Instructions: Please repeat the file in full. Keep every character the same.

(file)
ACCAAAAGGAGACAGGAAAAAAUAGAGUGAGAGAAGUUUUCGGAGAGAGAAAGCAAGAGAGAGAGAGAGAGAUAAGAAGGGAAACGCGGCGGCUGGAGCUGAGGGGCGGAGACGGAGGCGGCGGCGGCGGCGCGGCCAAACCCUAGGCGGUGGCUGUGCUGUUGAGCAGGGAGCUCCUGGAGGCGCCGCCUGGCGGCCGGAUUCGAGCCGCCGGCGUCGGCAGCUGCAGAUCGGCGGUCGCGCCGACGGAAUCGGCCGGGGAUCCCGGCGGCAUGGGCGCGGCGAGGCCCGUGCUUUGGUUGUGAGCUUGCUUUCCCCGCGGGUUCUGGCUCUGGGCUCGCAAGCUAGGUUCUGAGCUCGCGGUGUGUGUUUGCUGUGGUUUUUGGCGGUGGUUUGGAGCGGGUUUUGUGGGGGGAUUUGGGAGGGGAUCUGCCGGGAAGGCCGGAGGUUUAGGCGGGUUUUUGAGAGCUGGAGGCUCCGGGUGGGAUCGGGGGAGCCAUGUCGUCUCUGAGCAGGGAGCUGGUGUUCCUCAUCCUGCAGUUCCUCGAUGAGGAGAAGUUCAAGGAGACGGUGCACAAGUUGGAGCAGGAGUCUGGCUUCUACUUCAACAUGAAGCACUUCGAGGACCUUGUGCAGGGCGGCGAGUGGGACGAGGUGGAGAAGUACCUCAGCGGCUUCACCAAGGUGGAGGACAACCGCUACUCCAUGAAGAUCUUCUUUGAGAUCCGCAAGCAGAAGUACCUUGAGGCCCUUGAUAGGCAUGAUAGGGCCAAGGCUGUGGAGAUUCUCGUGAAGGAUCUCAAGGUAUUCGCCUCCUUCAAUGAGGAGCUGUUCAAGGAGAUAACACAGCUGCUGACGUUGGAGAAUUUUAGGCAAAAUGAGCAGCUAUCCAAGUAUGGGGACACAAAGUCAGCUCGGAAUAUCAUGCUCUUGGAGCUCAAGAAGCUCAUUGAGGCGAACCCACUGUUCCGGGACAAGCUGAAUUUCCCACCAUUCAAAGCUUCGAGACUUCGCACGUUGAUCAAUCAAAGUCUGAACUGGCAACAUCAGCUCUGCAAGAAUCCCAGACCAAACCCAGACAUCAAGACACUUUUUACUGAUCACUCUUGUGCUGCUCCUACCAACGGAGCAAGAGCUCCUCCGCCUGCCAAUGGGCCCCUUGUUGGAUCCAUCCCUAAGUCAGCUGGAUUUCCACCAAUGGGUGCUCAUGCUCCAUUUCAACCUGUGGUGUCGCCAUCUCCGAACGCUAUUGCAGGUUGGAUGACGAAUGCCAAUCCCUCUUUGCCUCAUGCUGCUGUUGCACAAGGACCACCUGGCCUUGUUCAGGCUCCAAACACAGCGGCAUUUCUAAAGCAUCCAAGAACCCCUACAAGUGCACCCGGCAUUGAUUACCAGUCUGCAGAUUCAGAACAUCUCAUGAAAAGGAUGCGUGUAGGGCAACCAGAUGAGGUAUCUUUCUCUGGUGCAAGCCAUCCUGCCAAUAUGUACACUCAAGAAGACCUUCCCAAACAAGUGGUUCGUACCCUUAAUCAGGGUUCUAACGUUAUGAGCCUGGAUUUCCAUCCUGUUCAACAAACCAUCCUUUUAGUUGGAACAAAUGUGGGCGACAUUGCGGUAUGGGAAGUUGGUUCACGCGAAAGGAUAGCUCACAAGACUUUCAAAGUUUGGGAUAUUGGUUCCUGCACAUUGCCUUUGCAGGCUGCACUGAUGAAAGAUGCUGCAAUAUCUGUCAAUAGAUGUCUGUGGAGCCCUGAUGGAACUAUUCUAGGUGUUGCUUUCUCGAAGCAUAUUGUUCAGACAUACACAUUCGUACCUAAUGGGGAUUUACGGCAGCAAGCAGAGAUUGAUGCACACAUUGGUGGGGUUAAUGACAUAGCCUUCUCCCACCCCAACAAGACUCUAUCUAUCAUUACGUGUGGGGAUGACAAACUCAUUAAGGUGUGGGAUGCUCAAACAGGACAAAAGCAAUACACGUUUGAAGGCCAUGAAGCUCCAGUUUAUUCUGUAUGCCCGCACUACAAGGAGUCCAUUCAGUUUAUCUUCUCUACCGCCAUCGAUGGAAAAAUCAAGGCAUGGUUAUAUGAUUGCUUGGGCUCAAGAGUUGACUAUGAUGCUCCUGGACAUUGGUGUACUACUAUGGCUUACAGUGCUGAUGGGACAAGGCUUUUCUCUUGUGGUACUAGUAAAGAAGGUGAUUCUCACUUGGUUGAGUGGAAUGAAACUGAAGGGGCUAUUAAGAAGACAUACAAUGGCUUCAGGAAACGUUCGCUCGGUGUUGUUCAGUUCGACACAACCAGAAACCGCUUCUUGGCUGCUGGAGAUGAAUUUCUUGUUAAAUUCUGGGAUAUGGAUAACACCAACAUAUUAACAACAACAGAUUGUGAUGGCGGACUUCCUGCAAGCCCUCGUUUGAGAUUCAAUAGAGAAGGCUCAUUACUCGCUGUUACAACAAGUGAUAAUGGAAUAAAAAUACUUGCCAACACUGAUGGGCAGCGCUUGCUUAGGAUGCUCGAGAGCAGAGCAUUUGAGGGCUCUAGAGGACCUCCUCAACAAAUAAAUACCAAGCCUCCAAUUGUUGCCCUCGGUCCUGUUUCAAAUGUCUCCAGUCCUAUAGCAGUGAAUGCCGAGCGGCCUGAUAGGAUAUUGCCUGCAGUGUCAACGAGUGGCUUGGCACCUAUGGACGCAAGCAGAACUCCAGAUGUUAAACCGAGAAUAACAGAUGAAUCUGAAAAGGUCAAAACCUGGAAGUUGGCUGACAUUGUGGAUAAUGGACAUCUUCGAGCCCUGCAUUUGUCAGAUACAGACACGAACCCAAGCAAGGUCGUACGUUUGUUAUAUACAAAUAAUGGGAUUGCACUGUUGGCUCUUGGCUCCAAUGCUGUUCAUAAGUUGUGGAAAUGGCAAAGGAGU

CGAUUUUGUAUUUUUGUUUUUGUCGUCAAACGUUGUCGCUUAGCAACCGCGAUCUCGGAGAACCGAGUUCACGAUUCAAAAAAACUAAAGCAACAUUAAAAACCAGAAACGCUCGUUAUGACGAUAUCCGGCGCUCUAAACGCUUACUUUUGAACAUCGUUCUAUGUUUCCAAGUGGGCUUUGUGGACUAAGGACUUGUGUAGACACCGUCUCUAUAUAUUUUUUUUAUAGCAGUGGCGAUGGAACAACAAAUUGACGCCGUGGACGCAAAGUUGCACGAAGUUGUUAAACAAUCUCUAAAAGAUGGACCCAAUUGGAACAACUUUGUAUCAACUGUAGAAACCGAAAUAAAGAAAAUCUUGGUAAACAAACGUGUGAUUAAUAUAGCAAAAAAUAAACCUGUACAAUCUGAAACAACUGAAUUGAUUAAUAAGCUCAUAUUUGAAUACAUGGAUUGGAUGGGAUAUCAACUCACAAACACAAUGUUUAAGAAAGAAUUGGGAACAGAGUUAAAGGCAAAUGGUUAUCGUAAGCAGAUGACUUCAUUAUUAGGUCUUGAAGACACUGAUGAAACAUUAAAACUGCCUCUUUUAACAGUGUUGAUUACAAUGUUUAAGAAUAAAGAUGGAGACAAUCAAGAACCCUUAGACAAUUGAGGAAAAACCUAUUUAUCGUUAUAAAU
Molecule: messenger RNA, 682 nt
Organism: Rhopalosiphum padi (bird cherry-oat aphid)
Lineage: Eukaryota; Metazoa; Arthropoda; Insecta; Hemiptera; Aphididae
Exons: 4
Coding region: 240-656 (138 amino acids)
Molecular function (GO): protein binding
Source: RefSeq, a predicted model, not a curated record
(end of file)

ACCAAAAGGAGACAGGAAAAAAUAGAGUGAGAGAAGUUUUCGGAGAGAGAAAGCAAGAGAGAGAGAGAGAGAUAAGAAGGGAAACGCGGCGGCUGGAGCUGAGGGGCGGAGACGGAGGCGGCGGCGGCGGCGCGGCCAAACCCUAGGCGGUGGCUGUGCUGUUGAGCAGGGAGCUCCUGGAGGCGCCGCCUGGCGGCCGGAUUCGAGCCGCCGGCGUCGGCAGCUGCAGAUCGGCGGUCGCGCCGACGGAAUCGGCCGGGGAUCCCGGCGGCAUGGGCGCGGCGAGGCCCGUGCUUUGGUUGUGAGCUUGCUUUCCCCGCGGGUUCUGGCUCUGGGCUCGCAAGCUAGGUUCUGAGCUCGCGGUGUGUGUUUGCUGUGGUUUUUGGCGGUGGUUUGGAGCGGGUUUUGUGGGGGGAUUUGGGAGGGGAUCUGCCGGGAAGGCCGGAGGUUUAGGCGGGUUUUUGAGAGCUGGAGGCUCCGGGUGGGAUCGGGGGAGCCAUGUCGUCUCUGAGCAGGGAGCUGGUGUUCCUCAUCCUGCAGUUCCUCGAUGAGGAGAAGUUCAAGGAGACGGUGCACAAGUUGGAGCAGGAGUCUGGCUUCUACUUCAACAUGAAGCACUUCGAGGACCUUGUGCAGGGCGGCGAGUGGGACGAGGUGGAGAAGUACCUCAGCGGCUUCACCAAGGUGGAGGACAACCGCUACUCCAUGAAGAUCUUCUUUGAGAUCCGCAAGCAGAAGUACCUUGAGGCCCUUGAUAGGCAUGAUAGGGCCAAGGCUGUGGAGAUUCUCGUGAAGGAUCUCAAGGUAUUCGCCUCCUUCAAUGAGGAGCUGUUCAAGGAGAUAACACAGCUGCUGACGUUGGAGAAUUUUAGGCAAAAUGAGCAGCUAUCCAAGUAUGGGGACACAAAGUCAGCUCGGAAUAUCAUGCUCUUGGAGCUCAAGAAGCUCAUUGAGGCGAACCCACUGUUCCGGGACAAGCUGAAUUUCCCACCAUUCAAAGCUUCGAGACUUCGCACGUUGAUCAAUCAAAGUCUGAACUGGCAACAUCAGCUCUGCAAGAAUCCCAGACCAAACCCAGACAUCAAGACACUUUUUACUGAUCACUCUUGUGCUGCUCCUACCAACGGAGCAAGAGCUCCUCCGCCUGCCAAUGGGCCCCUUGUUGGAUCCAUCCCUAAGUCAGCUGGAUUUCCACCAAUGGGUGCUCAUGCUCCAUUUCAACCUGUGGUGUCGCCAUCUCCGAACGCUAUUGCAGGUUGGAUGACGAAUGCCAAUCCCUCUUUGCCUCAUGCUGCUGUUGCACAAGGACCACCUGGCCUUGUUCAGGCUCCAAACACAGCGGCAUUUCUAAAGCAUCCAAGAACCCCUACAAGUGCACCCGGCAUUGAUUACCAGUCUGCAGAUUCAGAACAUCUCAUGAAAAGGAUGCGUGUAGGGCAACCAGAUGAGGUAUCUUUCUCUGGUGCAAGCCAUCCUGCCAAUAUGUACACUCAAGAAGACCUUCCCAAACAAGUGGUUCGUACCCUUAAUCAGGGUUCUAACGUUAUGAGCCUGGAUUUCCAUCCUGUUCAACAAACCAUCCUUUUAGUUGGAACAAAUGUGGGCGACAUUGCGGUAUGGGAAGUUGGUUCACGCGAAAGGAUAGCUCACAAGACUUUCAAAGUUUGGGAUAUUGGUUCCUGCACAUUGCCUUUGCAGGCUGCACUGAUGAAAGAUGCUGCAAUAUCUGUCAAUAGAUGUCUGUGGAGCCCUGAUGGAACUAUUCUAGGUGUUGCUUUCUCGAAGCAUAUUGUUCAGACAUACACAUUCGUACCUAAUGGGGAUUUACGGCAGCAAGCAGAGAUUGAUGCACACAUUGGUGGGGUUAAUGACAUAGCCUUCUCCCACCCCAACAAGACUCUAUCUAUCAUUACGUGUGGGGAUGACAAACUCAUUAAGGUGUGGGAUGCUCAAACAGGACAAAAGCAAUACACGUUUGAAGGCCAUGAAGCUCCAGUUUAUUCUGUAUGCCCGCACUACAAGGAGUCCAUUCAGUUUAUCUUCUCUACCGCCAUCGAUGGAAAAAUCAAGGCAUGGUUAUAUGAUUGCUUGGGCUCAAGAGUUGACUAUGAUGCUCCUGGACAUUGGUGUACUACUAUGGCUUACAGUGCUGAUGGGACAAGGCUUUUCUCUUGUGGUACUAGUAAAGAAGGUGAUUCUCACUUGGUUGAGUGGAAUGAAACUGAAGGGGCUAUUAAGAAGACAUACAAUGGCUUCAGGAAACGUUCGCUCGGUGUUGUUCAGUUCGACACAACCAGAAACCGCUUCUUGGCUGCUGGAGAUGAAUUUCUUGUUAAAUUCUGGGAUAUGGAUAACACCAACAUAUUAACAACAACAGAUUGUGAUGGCGGACUUCCUGCAAGCCCUCGUUUGAGAUUCAAUAGAGAAGGCUCAUUACUCGCUGUUACAACAAGUGAUAAUGGAAUAAAAAUACUUGCCAACACUGAUGGGCAGCGCUUGCUUAGGAUGCUCGAGAGCAGAGCAUUUGAGGGCUCUAGAGGACCUCCUCAACAAAUAAAUACCAAGCCUCCAAUUGUUGCCCUCGGUCCUGUUUCAAAUGUCUCCAGUCCUAUAGCAGUGAAUGCCGAGCGGCCUGAUAGGAUAUUGCCUGCAGUGUCAACGAGUGGCUUGGCACCUAUGGACGCAAGCAGAACUCCAGAUGUUAAACCGAGAAUAACAGAUGAAUCUGAAAAGGUCAAAACCUGGAAGUUGGCUGACAUUGUGGAUAAUGGACAUCUUCGAGCCCUGCAUUUGUCAGAUACAGACACGAACCCAAGCAAGGUCGUACGUUUGUUAUAUACAAAUAAUGGGAUUGCACUGUUGGCUCUUGGCUCCAAUGCUGUUCAUAAGUUGUGGAAAUGGCAAAGGAGU

CGAUUUUGUAUUUUUGUUUUUGUCGUCAAACGUUGUCGCUUAGCAACCGCGAUCUCGGAGAACCGAGUUCACGAUUCAAAAAAACUAAAGCAACAUUAAAAACCAGAAACGCUCGUUAUGACGAUAUCCGGCGCUCUAAACGCUUACUUUUGAACAUCGUUCUAUGUUUCCAAGUGGGCUUUGUGGACUAAGGACUUGUGUAGACACCGUCUCUAUAUAUUUUUUUUAUAGCAGUGGCGAUGGAACAACAAAUUGACGCCGUGGACGCAAAGUUGCACGAAGUUGUUAAACAAUCUCUAAAAGAUGGACCCAAUUGGAACAACUUUGUAUCAACUGUAGAAACCGAAAUAAAGAAAAUCUUGGUAAACAAACGUGUGAUUAAUAUAGCAAAAAAUAAACCUGUACAAUCUGAAACAACUGAAUUGAUUAAUAAGCUCAUAUUUGAAUACAUGGAUUGGAUGGGAUAUCAACUCACAAACACAAUGUUUAAGAAAGAAUUGGGAACAGAGUUAAAGGCAAAUGGUUAUCGUAAGCAGAUGACUUCAUUAUUAGGUCUUGAAGACACUGAUGAAACAUUAAAACUGCCUCUUUUAACAGUGUUGAUUACAAUGUUUAAGAAUAAAGAUGGAGACAAUCAAGAACCCUUAGACAAUUGAGGAAAAACCUAUUUAUCGUUAUAAAU
Molecule: messenger RNA, 682 nt
Organism: Rhopalosiphum padi (bird cherry-oat aphid)
Lineage: Eukaryota; Metazoa; Arthropoda; Insecta; Hemiptera; Aphididae
Exons: 4
Coding region: 240-656 (138 amino acids)
Molecular function (GO): protein binding
Source: RefSeq, a predicted model, not a curated record